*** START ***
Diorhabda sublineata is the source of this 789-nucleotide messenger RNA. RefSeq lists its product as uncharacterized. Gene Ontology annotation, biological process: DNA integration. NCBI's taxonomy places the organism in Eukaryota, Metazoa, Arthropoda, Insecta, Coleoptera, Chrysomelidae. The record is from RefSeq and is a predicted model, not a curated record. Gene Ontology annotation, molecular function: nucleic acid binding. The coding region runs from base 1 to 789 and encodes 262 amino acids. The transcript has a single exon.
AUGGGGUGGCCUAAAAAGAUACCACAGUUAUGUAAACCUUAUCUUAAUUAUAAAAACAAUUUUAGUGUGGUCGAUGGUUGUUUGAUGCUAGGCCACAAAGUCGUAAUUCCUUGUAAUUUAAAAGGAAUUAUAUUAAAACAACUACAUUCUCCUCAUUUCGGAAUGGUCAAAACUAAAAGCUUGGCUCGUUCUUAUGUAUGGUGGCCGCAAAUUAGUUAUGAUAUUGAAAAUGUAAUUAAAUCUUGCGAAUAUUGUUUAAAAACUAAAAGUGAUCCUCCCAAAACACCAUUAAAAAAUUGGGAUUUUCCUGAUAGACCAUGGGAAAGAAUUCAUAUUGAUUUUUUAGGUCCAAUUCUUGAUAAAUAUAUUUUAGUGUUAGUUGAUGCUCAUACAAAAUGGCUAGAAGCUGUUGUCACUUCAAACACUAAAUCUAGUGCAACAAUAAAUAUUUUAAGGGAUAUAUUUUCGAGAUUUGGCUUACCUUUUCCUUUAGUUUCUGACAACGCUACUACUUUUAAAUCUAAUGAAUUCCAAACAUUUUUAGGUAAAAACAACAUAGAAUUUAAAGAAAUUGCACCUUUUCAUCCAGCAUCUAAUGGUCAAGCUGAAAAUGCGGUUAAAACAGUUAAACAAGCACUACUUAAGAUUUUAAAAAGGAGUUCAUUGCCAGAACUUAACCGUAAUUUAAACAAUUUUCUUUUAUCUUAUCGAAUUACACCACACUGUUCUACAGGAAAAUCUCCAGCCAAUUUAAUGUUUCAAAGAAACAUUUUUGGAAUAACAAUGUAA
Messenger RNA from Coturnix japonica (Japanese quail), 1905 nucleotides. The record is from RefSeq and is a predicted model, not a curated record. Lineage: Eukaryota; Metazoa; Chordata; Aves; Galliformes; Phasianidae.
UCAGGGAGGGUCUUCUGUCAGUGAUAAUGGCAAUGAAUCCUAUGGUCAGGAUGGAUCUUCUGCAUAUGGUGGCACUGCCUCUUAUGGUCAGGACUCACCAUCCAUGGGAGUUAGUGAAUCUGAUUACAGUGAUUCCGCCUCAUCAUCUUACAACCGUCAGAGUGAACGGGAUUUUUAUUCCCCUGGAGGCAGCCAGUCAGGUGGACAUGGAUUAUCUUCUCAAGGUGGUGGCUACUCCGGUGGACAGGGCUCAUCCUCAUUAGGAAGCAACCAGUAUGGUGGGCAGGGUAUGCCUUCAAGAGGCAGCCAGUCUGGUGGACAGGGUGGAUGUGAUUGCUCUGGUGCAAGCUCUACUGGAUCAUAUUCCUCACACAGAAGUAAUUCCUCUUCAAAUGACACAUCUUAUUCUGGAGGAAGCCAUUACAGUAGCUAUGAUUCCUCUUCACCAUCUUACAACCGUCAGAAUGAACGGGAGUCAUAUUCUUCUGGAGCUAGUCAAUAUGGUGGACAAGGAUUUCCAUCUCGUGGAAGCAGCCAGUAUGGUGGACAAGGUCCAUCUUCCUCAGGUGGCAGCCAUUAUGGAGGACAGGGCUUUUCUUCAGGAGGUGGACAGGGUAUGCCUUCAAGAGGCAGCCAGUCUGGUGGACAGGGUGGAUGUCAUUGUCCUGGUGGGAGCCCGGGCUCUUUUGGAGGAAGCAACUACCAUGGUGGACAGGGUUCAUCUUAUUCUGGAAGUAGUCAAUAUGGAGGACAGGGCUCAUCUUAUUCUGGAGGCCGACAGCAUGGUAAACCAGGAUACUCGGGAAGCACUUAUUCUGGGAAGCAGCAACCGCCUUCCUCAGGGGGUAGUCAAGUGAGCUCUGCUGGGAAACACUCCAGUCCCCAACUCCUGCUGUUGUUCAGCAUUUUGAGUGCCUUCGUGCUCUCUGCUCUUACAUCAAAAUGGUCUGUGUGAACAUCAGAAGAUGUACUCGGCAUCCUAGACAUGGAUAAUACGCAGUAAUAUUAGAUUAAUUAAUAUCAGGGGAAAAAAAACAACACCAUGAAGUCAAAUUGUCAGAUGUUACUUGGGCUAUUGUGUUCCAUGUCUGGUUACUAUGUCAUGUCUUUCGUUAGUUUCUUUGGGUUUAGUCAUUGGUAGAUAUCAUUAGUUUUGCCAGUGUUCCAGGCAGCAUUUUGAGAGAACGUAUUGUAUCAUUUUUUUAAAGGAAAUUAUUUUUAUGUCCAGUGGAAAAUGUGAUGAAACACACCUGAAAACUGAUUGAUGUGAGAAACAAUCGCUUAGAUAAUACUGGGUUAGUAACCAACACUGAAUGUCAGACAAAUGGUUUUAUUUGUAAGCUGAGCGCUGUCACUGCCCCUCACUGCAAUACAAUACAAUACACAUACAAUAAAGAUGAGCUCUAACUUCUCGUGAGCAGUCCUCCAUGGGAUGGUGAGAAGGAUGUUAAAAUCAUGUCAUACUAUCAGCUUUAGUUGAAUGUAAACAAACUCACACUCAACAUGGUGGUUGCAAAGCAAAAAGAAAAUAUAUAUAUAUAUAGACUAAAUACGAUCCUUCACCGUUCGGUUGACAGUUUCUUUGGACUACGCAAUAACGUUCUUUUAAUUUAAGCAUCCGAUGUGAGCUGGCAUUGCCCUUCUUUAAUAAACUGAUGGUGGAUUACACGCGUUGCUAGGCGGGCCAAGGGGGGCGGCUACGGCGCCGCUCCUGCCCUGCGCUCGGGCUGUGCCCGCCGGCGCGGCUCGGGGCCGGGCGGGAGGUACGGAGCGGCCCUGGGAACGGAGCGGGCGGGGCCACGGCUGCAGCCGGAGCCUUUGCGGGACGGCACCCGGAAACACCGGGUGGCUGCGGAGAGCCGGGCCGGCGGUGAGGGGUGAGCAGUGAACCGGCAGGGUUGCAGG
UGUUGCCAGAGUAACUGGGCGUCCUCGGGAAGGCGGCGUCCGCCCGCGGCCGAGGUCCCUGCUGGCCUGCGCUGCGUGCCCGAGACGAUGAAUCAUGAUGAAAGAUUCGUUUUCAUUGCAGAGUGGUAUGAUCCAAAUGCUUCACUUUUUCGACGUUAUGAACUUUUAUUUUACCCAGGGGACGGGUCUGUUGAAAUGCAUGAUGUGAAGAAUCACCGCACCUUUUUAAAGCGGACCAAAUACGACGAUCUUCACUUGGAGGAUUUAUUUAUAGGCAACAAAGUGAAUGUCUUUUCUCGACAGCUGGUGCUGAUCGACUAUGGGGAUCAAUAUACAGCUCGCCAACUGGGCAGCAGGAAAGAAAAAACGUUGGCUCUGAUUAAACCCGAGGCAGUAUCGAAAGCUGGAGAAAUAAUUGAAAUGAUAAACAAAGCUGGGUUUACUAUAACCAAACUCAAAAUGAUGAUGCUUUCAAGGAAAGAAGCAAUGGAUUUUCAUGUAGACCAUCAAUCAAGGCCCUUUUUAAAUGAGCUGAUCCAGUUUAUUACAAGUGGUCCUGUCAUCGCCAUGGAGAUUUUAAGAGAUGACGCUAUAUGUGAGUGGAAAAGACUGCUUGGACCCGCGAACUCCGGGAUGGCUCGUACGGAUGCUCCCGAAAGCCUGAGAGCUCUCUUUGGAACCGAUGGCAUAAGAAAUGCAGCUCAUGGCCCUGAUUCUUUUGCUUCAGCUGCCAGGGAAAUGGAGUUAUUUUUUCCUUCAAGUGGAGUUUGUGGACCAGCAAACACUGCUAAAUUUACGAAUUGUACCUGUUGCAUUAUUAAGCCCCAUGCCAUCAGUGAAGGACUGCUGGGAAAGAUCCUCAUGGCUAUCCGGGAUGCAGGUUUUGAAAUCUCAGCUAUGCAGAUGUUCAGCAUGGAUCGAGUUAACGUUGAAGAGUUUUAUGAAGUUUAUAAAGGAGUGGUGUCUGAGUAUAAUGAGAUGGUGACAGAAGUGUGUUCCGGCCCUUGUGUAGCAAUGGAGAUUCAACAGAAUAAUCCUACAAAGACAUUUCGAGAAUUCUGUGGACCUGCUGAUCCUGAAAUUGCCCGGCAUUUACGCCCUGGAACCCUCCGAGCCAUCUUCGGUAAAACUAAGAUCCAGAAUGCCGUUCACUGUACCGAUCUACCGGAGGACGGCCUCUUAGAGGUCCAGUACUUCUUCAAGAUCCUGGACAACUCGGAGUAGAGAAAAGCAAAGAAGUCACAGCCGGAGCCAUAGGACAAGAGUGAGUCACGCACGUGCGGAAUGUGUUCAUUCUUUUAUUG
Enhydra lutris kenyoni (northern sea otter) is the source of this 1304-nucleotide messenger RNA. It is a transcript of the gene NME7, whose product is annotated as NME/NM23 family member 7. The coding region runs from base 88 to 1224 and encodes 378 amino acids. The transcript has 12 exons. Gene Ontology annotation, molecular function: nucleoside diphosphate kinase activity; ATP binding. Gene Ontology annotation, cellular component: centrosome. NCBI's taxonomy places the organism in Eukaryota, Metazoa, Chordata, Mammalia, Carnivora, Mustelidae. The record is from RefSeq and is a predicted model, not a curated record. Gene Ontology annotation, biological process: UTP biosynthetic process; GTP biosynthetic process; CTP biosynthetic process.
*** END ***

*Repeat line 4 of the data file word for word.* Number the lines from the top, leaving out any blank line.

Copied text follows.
UCAGGGAGGGUCUUCUGUCAGUGAUAAUGGCAAUGAAUCCUAUGGUCAGGAUGGAUCUUCUGCAUAUGGUGGCACUGCCUCUUAUGGUCAGGACUCACCAUCCAUGGGAGUUAGUGAAUCUGAUUACAGUGAUUCCGCCUCAUCAUCUUACAACCGUCAGAGUGAACGGGAUUUUUAUUCCCCUGGAGGCAGCCAGUCAGGUGGACAUGGAUUAUCUUCUCAAGGUGGUGGCUACUCCGGUGGACAGGGCUCAUCCUCAUUAGGAAGCAACCAGUAUGGUGGGCAGGGUAUGCCUUCAAGAGGCAGCCAGUCUGGUGGACAGGGUGGAUGUGAUUGCUCUGGUGCAAGCUCUACUGGAUCAUAUUCCUCACACAGAAGUAAUUCCUCUUCAAAUGACACAUCUUAUUCUGGAGGAAGCCAUUACAGUAGCUAUGAUUCCUCUUCACCAUCUUACAACCGUCAGAAUGAACGGGAGUCAUAUUCUUCUGGAGCUAGUCAAUAUGGUGGACAAGGAUUUCCAUCUCGUGGAAGCAGCCAGUAUGGUGGACAAGGUCCAUCUUCCUCAGGUGGCAGCCAUUAUGGAGGACAGGGCUUUUCUUCAGGAGGUGGACAGGGUAUGCCUUCAAGAGGCAGCCAGUCUGGUGGACAGGGUGGAUGUCAUUGUCCUGGUGGGAGCCCGGGCUCUUUUGGAGGAAGCAACUACCAUGGUGGACAGGGUUCAUCUUAUUCUGGAAGUAGUCAAUAUGGAGGACAGGGCUCAUCUUAUUCUGGAGGCCGACAGCAUGGUAAACCAGGAUACUCGGGAAGCACUUAUUCUGGGAAGCAGCAACCGCCUUCCUCAGGGGGUAGUCAAGUGAGCUCUGCUGGGAAACACUCCAGUCCCCAACUCCUGCUGUUGUUCAGCAUUUUGAGUGCCUUCGUGCUCUCUGCUCUUACAUCAAAAUGGUCUGUGUGAACAUCAGAAGAUGUACUCGGCAUCCUAGACAUGGAUAAUACGCAGUAAUAUUAGAUUAAUUAAUAUCAGGGGAAAAAAAACAACACCAUGAAGUCAAAUUGUCAGAUGUUACUUGGGCUAUUGUGUUCCAUGUCUGGUUACUAUGUCAUGUCUUUCGUUAGUUUCUUUGGGUUUAGUCAUUGGUAGAUAUCAUUAGUUUUGCCAGUGUUCCAGGCAGCAUUUUGAGAGAACGUAUUGUAUCAUUUUUUUAAAGGAAAUUAUUUUUAUGUCCAGUGGAAAAUGUGAUGAAACACACCUGAAAACUGAUUGAUGUGAGAAACAAUCGCUUAGAUAAUACUGGGUUAGUAACCAACACUGAAUGUCAGACAAAUGGUUUUAUUUGUAAGCUGAGCGCUGUCACUGCCCCUCACUGCAAUACAAUACAAUACACAUACAAUAAAGAUGAGCUCUAACUUCUCGUGAGCAGUCCUCCAUGGGAUGGUGAGAAGGAUGUUAAAAUCAUGUCAUACUAUCAGCUUUAGUUGAAUGUAAACAAACUCACACUCAACAUGGUGGUUGCAAAGCAAAAAGAAAAUAUAUAUAUAUAUAGACUAAAUACGAUCCUUCACCGUUCGGUUGACAGUUUCUUUGGACUACGCAAUAACGUUCUUUUAAUUUAAGCAUCCGAUGUGAGCUGGCAUUGCCCUUCUUUAAUAAACUGAUGGUGGAUUACACGCGUUGCUAGGCGGGCCAAGGGGGGCGGCUACGGCGCCGCUCCUGCCCUGCGCUCGGGCUGUGCCCGCCGGCGCGGCUCGGGGCCGGGCGGGAGGUACGGAGCGGCCCUGGGAACGGAGCGGGCGGGGCCACGGCUGCAGCCGGAGCCUUUGCGGGACGGCACCCGGAAACACCGGGUGGCUGCGGAGAGCCGGGCCGGCGGUGAGGGGUGAGCAGUGAACCGGCAGGGUUGCAGG